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Using SMARTd to monitor drives

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Using SMARTd to monitor drives

Thane Sherrington-2
Hi there,

     I've read through the manpage on SMARTD, but clearly I'm too dense
to grasp it.

     I understand that I can do a devicescan in the smartd.conf file to
scan for all devices, so I have the following in the smartd.conf

DEVICESCAN -l error -l xerror -s L/../.././(00|06|12|18)

Now as I understand it, this should log errors and extended errors, and
run a long test at 12AM, 6AM, 12PM and 6PM.

Am I doing this correctly?

T





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Re: Using SMARTd to monitor drives

Christian Franke
Thane Sherrington wrote:

>       I've read through the manpage on SMARTD, but clearly I'm too dense
> to grasp it.
>
>       I understand that I can do a devicescan in the smartd.conf file to
> scan for all devices, so I have the following in the smartd.conf
>
> DEVICESCAN -l error -l xerror -s L/../.././(00|06|12|18)
>
> Now as I understand it, this should log errors and extended errors, and
> run a long test at 12AM, 6AM, 12PM and 6PM.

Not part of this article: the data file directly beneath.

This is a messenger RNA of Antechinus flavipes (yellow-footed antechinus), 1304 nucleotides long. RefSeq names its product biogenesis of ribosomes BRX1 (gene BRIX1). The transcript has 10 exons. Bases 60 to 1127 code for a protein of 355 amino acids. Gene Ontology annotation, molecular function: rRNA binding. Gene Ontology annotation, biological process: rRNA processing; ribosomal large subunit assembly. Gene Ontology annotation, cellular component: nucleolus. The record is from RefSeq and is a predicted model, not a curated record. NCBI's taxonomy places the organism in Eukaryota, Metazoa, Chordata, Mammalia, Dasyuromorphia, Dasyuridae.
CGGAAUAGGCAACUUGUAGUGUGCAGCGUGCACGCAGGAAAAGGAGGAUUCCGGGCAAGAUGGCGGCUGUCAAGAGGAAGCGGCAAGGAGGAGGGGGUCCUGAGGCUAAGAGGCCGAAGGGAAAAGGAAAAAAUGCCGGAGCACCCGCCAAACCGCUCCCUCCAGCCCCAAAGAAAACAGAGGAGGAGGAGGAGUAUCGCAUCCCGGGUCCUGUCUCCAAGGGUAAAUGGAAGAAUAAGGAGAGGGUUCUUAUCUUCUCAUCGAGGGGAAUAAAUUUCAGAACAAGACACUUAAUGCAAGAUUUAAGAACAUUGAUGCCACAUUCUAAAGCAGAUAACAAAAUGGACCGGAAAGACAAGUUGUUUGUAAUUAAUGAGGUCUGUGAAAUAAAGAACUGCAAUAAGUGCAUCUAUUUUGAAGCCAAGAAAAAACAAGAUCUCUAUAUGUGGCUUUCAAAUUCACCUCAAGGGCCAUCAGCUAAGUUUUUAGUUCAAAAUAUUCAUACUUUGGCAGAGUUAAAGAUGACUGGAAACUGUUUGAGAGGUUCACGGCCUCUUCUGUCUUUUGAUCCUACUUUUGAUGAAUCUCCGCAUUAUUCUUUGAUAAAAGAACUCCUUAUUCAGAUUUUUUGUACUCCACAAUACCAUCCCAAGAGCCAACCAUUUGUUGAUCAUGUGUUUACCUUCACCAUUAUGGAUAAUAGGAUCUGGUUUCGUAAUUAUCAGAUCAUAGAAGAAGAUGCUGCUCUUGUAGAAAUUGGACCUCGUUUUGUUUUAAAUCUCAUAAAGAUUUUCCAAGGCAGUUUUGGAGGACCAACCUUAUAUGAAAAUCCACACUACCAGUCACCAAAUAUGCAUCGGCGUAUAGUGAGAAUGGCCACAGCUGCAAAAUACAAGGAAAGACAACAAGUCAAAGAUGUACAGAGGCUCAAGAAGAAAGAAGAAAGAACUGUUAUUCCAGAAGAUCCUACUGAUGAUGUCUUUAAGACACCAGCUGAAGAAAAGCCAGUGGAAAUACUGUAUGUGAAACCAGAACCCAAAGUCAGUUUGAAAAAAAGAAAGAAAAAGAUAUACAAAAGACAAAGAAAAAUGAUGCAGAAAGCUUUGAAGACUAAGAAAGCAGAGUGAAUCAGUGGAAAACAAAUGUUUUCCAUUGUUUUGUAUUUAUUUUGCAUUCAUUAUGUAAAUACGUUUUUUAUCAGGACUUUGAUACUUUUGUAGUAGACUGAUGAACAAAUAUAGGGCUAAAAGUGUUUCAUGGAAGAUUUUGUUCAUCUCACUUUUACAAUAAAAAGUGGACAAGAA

Yes, but this does not actually 'log errors'. It issues LOG_CRIT
messages if the maximum of both error counts has increased. Pending and
offline uncorrectable sectors (attribute 197 and 198) are also checked
by default unless -C 0 -U 0 is specified.

Note that you could print the test schedules with 'smartd -q showtests'
(see smartd man page).


> Am I doing this correctly?

Yes and no. It is probably a bad idea to run 4 long(!) tests a day.

Here is the default setting I use on one machine ('console' and ',ns'
are Windows specific). One long test on Saturday, short tests each other
day.

DEFAULT \
   -n standby \
   -a -l xerror -l selfteststs,ns -l offlinests,ns \
   -R 5! -r 5! \
   -R 177! -r 177! \
   -W 3,40,45 -I 190 -I 194 \
   -s (S/../../[1-57]/17|L/../../6/17) \
   -m console -M daily -M test

Thanks,
Christian


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Re: Using SMARTd to monitor drives

Ray Andrews
On 30/01/17 12:55 PM, Christian Franke wrote:

> Thane Sherrington wrote:
> DEFAULT \
>     -n standby \
>     -a -l xerror -l selfteststs,ns -l offlinests,ns \
>     -R 5! -r 5! \
>     -R 177! -r 177! \
>     -W 3,40,45 -I 190 -I 194 \
>     -s (S/../../[1-57]/17|L/../../6/17) \
>     -m console -M daily -M test
>
> Thanks,
> Christian